An imminent judgment of the European Court of Human Rights is expected to bring unprecedented clarity to the vexed question of privacy in relation to media reporting on public figures. HOUMAN BAREKAT spoke to prominent media lawyer PROF. DR MATTHIAS PRINZ, the lead lawyer on the case, about the potential impact of the decision.
When the European Court of Human Rights handed down its verdict in the 2004 case of von Hannover v Germany, commentators hailed a legal landmark. The Court's message was clear: the general public did not have a legitimate interest in knowing the private business of Princess Caroline of Monaco, unless such information could be shown to contribute to “a debate of general interest” to the public. The decision precipitated a spate of high-profile privacy cases in the UK, as a colourful array of film stars, supermodels and adulterers looked to the courts to protect them against the intrusive practices of overzealous paparazzi. The UK judiciary, historically reticent on the issue of privacy, found itself having to give domestic effect to the Strasbourg judgment without impinging on freedom of speech and the long-standing prerogatives of the tabloid press. That a general 'right to privacy' was inevitably taking shape was clear enough, but a definitive, authoritative statement on the nature and extent of this right remained as elusive as ever. Today, with Princess Caroline back before the Strasbourg court, we may be on the cusp of a breakthrough.
Last October, the princess brought a new claim in the European Court of Human Rights, in connection with the German courts' refusal to grant an injunction restraining publication of personal family photographs in the German magazines Frau im Spiegel and Frau Aktuell. In immediately fast-tracking the new claim to its Grand Chamber, and allocating a panel of no fewer than 17 senior judges to hear it (Max Mosley’s case was heard by a mere seven), the Court indicated an intention to lay down a comprehensive marker and put an end to the considerable uncertainty in this area. Following several months' deliberation, the Court is expected to hand down its verdict any day now. Prof. Dr Matthias Prinz, of Hamburg law firm Prinz Neidhardt Engelschall, is representing Princess Caroline in this case. He believes the significance of the decision will easily eclipse that of the first von Hannover case: “This time the court may provide very specific guidelines – these 17 judges may, for the first time, actually define the right of privacy.”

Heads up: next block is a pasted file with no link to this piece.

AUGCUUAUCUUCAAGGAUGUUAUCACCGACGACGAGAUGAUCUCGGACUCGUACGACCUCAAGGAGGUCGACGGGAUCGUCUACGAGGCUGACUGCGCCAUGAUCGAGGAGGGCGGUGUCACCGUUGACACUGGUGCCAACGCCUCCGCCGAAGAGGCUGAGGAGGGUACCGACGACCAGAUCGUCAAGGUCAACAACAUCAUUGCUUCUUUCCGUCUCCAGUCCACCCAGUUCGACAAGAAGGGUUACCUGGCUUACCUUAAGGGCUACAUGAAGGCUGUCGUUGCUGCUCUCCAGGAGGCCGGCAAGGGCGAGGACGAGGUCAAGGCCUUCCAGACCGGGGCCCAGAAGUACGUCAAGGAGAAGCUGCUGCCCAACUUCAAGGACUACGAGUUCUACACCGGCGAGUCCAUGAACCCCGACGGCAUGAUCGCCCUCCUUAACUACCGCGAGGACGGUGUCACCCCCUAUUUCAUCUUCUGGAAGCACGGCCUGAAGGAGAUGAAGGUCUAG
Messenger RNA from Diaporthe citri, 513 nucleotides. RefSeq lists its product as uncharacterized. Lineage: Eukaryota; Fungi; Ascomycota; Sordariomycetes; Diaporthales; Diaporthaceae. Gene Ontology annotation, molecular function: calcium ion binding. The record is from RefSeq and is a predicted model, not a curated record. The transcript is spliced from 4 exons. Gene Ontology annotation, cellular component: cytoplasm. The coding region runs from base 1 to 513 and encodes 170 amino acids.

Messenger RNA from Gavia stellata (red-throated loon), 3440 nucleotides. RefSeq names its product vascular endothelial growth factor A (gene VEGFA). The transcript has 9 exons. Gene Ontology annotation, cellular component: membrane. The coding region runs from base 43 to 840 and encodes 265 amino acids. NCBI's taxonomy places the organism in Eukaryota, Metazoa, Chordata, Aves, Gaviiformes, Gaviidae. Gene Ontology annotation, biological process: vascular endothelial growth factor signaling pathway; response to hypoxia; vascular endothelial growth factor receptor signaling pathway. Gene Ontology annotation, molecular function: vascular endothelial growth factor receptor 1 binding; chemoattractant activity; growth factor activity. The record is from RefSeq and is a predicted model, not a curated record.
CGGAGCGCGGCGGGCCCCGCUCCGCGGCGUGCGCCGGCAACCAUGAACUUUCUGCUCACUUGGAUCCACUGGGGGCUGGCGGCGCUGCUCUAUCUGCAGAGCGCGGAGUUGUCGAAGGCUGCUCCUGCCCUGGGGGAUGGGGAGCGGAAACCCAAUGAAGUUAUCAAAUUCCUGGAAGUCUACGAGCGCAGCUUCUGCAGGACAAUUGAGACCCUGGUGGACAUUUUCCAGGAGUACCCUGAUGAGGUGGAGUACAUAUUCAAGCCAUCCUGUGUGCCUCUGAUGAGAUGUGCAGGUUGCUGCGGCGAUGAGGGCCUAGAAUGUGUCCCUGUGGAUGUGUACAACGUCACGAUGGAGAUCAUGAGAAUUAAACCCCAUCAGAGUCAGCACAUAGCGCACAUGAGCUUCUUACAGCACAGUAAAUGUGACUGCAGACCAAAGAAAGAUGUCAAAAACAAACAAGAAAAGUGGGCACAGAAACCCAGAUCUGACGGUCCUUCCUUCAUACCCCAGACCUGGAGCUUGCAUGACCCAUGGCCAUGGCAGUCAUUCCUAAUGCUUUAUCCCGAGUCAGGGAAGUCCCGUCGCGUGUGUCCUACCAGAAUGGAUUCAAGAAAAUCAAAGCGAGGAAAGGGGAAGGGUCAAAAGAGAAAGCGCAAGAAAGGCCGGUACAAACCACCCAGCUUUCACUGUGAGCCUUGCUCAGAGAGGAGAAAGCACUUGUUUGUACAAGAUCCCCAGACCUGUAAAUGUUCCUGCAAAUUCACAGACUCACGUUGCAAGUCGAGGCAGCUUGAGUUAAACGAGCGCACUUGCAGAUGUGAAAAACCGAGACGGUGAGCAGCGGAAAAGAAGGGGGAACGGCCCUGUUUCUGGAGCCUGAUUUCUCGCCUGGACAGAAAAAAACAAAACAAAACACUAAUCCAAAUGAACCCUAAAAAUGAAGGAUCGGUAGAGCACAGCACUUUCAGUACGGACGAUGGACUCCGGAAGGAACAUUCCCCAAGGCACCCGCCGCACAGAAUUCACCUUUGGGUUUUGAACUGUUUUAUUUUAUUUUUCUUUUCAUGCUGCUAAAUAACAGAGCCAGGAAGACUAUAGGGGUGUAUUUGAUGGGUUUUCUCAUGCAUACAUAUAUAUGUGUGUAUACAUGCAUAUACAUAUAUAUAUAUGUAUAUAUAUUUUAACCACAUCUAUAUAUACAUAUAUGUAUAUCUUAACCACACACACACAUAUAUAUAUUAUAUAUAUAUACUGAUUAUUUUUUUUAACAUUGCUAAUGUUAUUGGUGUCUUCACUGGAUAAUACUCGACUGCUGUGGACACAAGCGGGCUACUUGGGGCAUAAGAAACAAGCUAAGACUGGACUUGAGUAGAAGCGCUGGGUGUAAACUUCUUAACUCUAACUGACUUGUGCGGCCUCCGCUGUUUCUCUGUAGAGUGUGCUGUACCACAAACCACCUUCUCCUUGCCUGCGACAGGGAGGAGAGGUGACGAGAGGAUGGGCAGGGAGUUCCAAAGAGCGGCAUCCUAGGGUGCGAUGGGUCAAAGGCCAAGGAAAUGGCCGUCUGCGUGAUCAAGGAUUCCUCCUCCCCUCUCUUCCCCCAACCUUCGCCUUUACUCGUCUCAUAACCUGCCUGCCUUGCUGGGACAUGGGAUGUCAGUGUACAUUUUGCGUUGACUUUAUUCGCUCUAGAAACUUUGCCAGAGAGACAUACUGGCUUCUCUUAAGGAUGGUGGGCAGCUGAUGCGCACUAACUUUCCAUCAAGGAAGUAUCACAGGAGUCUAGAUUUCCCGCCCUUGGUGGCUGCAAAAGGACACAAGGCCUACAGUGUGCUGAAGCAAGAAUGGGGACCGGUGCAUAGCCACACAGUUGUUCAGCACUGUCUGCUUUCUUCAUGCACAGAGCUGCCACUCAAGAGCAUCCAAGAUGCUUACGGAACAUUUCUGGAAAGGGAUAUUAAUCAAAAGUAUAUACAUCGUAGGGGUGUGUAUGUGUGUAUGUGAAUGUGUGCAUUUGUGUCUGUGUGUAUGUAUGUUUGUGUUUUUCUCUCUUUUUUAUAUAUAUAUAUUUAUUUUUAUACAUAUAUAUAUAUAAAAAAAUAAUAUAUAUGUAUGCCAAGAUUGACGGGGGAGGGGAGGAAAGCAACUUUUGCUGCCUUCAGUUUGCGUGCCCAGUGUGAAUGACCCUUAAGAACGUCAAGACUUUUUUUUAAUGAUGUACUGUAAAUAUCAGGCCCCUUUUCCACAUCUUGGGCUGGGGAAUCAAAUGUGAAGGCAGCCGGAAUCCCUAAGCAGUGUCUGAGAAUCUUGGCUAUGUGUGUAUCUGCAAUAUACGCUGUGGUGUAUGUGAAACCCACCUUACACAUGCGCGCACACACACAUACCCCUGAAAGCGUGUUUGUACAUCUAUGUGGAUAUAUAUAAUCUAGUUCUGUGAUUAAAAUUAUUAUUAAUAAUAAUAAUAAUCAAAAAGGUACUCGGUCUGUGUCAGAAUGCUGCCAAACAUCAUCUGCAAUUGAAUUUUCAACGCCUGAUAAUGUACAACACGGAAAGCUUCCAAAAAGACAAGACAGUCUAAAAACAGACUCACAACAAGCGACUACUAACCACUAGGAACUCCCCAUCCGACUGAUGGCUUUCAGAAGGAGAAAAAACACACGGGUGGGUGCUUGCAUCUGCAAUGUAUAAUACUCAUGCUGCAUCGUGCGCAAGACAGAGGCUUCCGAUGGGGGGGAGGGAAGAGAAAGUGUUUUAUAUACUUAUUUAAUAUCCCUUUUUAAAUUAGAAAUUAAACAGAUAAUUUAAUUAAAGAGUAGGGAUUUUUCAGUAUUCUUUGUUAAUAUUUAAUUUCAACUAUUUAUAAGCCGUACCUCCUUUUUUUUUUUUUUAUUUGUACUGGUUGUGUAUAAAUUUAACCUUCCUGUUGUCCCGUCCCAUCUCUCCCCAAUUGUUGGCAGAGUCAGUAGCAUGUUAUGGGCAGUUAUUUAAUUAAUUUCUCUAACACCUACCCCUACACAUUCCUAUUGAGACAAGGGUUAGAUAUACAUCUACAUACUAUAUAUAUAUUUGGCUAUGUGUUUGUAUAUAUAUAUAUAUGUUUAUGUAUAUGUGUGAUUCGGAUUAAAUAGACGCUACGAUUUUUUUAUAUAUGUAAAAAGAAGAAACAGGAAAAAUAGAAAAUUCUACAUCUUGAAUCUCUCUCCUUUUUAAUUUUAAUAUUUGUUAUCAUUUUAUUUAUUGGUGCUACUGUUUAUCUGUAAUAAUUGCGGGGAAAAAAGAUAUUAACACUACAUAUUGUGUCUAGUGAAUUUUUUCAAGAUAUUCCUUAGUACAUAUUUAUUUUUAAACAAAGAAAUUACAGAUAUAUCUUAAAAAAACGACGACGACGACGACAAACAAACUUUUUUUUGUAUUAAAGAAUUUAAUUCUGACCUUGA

The imminent ruling is expected to address, in particular, the relationship between Articles 8 (the right to privacy) and 10 (the right to free speech) of the European Convention of Human Rights. For Prinz (pictured), it is a question of striking a sensible balance: “The press has an important role in society, as a public watchdog. But nobody should have to accept being used for other people's entertainment.” He advocates a distinction between what is genuinely in the public interest and the sort of prurient voyeurism that has become such a staple of tabloid journalism – echoing the “debate of general interest” test alluded to, but never satisfactorily elucidated, in the first von Hannover case. It's a far cry from the pre-2004 approach of the German courts, which identified all “persons of absolute public interest” as fair game for the paparazzi.
The Strasbourg court faces a double challenge: laying down a comprehensive set of guidelines is one thing; managing the response of a sceptical public is quite another. The von Hannover case will have a far-reaching impact on UK law, and the Court finds itself in an unenviable position: the further it seeks to consolidate the right of privacy, the greater the inevitable hostility from a popular press whose commitment to celebrity tittle-tattle is matched only by its visceral antipathy towards Strasbourg’s jurisdiction.
These are interesting times for media lawyers and for journalism in general. “Reputation protection is changing faster than any other area of law,” explains Prinz, “Not least because the media themselves are changing so rapidly. Not only from a technological point of view, but also in terms of the variety of subjects they are interested in.” In a world of 24-hour coverage and cyber gossip, the legal framework has lagged behind for some time. The first von Hannover case was, in retrospect, something of a false dawn; the second will not put an end to the controversy, but it should, at the very least, provide some long-overdue clarity.